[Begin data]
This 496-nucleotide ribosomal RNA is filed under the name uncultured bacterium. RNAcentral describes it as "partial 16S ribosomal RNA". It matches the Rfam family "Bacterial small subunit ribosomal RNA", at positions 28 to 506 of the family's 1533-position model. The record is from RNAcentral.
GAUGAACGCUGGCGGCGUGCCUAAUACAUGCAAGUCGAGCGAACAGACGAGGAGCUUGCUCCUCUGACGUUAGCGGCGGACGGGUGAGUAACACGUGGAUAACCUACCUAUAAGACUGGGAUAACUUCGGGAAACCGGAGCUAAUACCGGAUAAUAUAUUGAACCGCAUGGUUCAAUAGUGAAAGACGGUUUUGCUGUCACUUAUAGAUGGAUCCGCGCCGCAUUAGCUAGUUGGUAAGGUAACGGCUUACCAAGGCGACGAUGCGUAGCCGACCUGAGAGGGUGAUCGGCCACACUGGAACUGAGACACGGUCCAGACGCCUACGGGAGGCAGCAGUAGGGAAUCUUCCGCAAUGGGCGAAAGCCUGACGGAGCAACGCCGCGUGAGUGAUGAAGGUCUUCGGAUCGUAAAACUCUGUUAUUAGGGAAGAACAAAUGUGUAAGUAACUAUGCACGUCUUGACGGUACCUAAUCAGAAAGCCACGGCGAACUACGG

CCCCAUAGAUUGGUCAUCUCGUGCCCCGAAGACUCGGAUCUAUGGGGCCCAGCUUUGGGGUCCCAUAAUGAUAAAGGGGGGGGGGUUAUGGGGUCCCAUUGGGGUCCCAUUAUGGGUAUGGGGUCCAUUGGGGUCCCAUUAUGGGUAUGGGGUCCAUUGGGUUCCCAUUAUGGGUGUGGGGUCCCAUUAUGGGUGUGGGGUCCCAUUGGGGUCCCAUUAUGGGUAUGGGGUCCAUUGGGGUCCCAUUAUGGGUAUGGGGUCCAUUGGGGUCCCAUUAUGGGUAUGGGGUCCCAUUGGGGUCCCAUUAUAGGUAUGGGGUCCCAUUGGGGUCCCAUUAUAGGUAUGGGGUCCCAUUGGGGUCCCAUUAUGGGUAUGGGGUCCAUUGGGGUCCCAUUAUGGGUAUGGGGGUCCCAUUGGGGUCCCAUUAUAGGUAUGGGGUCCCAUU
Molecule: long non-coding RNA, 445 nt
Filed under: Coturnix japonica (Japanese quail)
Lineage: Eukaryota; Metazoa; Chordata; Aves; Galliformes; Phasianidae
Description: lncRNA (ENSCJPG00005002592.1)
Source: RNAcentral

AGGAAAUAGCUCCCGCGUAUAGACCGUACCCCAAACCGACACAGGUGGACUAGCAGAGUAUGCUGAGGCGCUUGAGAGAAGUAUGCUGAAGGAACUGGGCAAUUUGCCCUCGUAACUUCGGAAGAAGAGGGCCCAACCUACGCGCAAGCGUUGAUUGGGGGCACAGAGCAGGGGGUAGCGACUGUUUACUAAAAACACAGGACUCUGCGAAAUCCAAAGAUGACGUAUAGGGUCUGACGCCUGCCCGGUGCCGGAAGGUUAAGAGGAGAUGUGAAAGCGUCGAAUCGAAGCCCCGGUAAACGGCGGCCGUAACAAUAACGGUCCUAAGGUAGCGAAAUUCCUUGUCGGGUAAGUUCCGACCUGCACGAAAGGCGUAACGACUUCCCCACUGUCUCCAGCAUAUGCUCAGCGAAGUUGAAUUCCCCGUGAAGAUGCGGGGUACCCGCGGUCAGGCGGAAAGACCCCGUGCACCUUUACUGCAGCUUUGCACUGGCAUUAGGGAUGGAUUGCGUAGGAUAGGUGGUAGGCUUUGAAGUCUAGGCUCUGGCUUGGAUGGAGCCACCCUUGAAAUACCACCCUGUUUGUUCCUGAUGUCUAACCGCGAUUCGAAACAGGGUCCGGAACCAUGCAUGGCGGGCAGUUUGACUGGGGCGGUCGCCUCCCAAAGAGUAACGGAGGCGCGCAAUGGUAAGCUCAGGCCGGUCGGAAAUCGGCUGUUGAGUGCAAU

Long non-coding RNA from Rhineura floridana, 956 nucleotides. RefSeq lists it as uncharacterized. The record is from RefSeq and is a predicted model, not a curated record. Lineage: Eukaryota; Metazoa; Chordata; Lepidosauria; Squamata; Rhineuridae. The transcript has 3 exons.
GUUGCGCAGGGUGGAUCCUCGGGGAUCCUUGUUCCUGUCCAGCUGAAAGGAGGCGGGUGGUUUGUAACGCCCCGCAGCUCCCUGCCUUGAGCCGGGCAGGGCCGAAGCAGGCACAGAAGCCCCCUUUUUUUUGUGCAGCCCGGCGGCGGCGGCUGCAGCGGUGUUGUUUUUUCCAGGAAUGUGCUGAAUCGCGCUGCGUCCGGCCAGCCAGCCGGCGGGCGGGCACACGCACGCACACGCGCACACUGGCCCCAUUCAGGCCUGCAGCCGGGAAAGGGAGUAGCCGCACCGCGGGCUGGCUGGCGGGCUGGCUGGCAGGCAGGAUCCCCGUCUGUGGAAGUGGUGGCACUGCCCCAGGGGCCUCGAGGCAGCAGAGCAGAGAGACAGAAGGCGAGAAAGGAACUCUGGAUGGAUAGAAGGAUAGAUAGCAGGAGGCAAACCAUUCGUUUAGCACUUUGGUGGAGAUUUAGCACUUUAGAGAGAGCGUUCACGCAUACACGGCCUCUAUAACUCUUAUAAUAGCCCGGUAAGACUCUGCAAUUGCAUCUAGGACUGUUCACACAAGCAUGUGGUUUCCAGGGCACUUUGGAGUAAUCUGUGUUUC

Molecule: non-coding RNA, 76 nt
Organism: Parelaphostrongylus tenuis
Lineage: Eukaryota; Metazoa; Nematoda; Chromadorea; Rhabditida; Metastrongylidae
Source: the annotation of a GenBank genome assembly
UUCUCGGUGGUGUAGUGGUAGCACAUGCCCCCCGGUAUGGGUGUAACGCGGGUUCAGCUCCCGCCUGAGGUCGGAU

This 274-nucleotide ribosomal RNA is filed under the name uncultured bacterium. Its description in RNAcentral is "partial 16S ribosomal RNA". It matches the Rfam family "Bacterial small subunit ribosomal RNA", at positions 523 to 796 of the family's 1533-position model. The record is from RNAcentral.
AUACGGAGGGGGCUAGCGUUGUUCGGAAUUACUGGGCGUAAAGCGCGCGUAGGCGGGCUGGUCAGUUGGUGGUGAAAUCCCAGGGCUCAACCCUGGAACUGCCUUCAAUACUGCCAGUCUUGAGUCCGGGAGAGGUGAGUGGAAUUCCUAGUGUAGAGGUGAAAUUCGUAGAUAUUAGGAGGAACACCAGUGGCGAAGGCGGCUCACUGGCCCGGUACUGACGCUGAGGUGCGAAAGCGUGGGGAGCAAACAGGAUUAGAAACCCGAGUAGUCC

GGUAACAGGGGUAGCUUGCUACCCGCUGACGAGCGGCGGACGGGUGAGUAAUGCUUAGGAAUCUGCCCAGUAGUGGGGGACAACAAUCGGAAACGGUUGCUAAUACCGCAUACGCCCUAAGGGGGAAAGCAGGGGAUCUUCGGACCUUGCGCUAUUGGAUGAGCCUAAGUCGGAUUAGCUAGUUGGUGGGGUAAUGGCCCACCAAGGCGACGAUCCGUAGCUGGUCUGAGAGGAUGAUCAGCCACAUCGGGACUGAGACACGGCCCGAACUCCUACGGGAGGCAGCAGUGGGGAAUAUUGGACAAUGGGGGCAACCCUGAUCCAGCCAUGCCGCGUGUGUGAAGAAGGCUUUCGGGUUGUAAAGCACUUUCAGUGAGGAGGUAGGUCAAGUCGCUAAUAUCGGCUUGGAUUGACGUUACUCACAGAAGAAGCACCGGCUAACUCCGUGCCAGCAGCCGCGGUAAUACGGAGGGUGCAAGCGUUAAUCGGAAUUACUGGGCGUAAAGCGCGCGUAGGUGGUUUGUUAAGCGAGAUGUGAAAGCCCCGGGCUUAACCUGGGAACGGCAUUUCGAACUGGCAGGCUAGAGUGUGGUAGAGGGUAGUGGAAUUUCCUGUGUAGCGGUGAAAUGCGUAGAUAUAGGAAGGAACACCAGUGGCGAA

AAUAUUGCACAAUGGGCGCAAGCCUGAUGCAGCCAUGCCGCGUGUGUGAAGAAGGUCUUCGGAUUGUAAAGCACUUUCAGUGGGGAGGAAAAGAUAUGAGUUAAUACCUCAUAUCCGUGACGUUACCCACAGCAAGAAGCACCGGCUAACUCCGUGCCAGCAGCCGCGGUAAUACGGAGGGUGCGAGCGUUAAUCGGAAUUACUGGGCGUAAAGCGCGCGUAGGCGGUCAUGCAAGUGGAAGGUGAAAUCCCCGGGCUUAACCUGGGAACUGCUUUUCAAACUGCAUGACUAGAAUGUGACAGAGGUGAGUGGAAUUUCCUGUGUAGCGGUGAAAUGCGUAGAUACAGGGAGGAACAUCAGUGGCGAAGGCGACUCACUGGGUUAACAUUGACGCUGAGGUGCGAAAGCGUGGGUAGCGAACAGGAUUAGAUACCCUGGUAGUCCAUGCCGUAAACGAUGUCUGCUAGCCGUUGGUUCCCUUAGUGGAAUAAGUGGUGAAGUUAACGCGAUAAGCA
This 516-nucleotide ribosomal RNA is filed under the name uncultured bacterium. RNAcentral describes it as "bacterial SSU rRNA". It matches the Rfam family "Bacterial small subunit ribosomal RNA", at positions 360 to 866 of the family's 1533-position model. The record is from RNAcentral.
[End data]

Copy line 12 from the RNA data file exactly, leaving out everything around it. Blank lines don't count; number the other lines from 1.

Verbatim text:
Molecule: non-coding RNA, 76 nt